My husband and I do this. It really helps us to trust one another. I don’t have to worry about him going out and buying a PS3 and he doesn’t have to worry about me going out to buy a wheat grinder or a sewing machine. It helps to talk about the budget. We are always looking for deals on the things we want, on craigslist, at yard sales, etc. We wait, and in the end, the waiting helps to save us money.

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  10. Sarah says

    I think this is a great idea. Arguments with finances can be a huge problem in marriages today. My boyfriend is already a little nervous about joining bank accounts due to previous relationships. He is afraid I would get on the account and nag at him for what he is spending his money on. I spend money on random things even though I been trying to get better at it this. I think we marriage does come this is something that I will talk to him about and hopefully ease the tension.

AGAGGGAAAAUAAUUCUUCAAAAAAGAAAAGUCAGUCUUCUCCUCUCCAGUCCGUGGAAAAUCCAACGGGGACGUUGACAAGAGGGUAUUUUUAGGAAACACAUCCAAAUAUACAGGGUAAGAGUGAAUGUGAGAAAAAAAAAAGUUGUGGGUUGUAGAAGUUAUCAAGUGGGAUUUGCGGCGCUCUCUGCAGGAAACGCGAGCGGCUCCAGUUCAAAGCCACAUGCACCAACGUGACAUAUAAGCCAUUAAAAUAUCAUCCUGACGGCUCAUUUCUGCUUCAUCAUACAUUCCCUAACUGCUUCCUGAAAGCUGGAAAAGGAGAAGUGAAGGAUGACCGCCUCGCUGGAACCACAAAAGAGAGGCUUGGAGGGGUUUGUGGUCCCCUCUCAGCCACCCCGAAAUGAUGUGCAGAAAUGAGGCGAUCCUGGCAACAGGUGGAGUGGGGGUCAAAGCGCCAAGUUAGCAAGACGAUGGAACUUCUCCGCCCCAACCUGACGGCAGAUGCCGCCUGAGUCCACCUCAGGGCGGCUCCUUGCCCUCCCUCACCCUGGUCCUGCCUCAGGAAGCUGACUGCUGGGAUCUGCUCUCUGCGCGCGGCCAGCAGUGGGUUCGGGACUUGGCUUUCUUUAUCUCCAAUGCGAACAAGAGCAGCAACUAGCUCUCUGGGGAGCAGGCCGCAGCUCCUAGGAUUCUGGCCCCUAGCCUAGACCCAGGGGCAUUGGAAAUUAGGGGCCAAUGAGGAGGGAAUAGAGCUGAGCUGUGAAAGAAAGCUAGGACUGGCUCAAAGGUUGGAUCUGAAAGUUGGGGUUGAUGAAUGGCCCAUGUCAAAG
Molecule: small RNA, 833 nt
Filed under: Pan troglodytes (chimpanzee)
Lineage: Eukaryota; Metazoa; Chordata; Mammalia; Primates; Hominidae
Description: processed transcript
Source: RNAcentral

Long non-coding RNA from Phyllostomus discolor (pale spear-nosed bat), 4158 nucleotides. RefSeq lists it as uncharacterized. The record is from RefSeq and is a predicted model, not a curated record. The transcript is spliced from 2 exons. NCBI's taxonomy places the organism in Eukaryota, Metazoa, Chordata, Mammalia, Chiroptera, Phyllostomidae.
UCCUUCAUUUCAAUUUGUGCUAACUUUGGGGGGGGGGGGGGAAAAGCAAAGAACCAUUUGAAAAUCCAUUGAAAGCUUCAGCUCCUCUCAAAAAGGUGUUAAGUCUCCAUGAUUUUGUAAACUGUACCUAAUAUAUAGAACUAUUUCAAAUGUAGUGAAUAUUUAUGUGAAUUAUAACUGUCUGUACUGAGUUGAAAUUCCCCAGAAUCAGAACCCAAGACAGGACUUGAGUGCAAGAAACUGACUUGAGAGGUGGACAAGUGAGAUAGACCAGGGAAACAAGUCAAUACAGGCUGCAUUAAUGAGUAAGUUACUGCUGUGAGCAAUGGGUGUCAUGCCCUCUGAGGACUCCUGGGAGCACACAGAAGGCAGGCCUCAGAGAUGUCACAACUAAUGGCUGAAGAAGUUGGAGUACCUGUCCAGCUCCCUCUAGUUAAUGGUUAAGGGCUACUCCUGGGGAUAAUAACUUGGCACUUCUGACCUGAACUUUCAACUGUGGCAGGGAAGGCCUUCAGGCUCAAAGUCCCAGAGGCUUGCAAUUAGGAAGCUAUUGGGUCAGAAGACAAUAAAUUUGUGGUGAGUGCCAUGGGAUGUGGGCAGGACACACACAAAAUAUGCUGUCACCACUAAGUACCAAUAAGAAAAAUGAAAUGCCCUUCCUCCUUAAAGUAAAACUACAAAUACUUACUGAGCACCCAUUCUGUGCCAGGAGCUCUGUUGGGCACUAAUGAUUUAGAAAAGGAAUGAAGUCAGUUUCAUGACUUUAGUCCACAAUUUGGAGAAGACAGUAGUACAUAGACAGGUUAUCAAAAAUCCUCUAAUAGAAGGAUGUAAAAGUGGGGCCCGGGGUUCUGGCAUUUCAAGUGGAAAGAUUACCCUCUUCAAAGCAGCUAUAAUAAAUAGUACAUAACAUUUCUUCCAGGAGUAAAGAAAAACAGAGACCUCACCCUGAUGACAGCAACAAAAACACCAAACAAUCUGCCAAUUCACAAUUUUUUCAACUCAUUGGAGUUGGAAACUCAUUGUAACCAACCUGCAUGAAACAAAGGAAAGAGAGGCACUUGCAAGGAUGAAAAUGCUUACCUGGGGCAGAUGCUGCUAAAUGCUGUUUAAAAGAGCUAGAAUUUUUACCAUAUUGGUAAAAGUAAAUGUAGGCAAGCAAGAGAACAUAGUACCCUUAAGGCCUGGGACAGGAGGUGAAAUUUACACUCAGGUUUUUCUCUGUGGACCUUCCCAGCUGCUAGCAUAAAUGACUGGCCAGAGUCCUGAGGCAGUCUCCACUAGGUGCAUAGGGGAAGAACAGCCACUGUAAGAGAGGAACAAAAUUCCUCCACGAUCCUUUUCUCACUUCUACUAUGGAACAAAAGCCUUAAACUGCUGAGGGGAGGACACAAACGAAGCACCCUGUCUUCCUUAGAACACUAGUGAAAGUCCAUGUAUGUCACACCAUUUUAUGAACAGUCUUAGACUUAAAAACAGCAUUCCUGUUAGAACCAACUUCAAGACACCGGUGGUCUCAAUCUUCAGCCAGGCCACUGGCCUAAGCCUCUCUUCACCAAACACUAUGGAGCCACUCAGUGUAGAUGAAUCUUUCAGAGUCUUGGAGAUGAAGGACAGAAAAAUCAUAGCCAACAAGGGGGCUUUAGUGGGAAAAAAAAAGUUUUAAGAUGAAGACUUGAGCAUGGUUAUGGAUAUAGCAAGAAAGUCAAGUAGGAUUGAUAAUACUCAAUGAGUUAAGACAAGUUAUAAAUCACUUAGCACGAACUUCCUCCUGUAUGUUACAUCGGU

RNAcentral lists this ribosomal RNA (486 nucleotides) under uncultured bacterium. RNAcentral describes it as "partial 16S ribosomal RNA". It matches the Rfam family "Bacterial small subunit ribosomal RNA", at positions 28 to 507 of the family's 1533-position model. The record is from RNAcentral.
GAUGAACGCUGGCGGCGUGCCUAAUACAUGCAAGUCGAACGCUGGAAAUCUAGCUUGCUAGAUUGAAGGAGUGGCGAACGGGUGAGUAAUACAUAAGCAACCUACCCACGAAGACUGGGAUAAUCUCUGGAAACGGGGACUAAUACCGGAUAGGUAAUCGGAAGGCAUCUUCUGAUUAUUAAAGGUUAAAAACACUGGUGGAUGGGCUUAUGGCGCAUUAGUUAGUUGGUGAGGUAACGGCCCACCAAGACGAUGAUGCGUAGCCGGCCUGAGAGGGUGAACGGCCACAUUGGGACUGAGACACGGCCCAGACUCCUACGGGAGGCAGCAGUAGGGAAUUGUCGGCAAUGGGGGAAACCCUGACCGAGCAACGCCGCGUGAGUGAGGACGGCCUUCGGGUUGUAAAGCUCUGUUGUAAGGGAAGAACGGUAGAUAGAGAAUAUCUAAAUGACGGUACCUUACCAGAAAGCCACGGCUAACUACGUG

• Tamara says

      We do not have a “cap” per say but it goes without saying that we consult each other before spending/loaning/giving a substantial amount of money.Mainly anything over $100.His parents wanted to borrow $1000 and asked my husband and he said I have to talk to my wife about it.They looked at him like he was CRAZY.They expected him to make the decision alone.Nope.We make it together and together we are one with EVERYTHING.If money is not respected by both parties it could make marriage hard.I have always been thankful that we have been on the same page about this.Neither one of us like to spend but we LOVE to save :-)

  11. Diane says

    The only things we buy without asking each other are from our personal envelope. We get 10 dollars/month each plus if we get any gifts for birthdays or Christmas that’s ours to do with what we want. Otherwise yes we discuss any extra purchases.

  12. says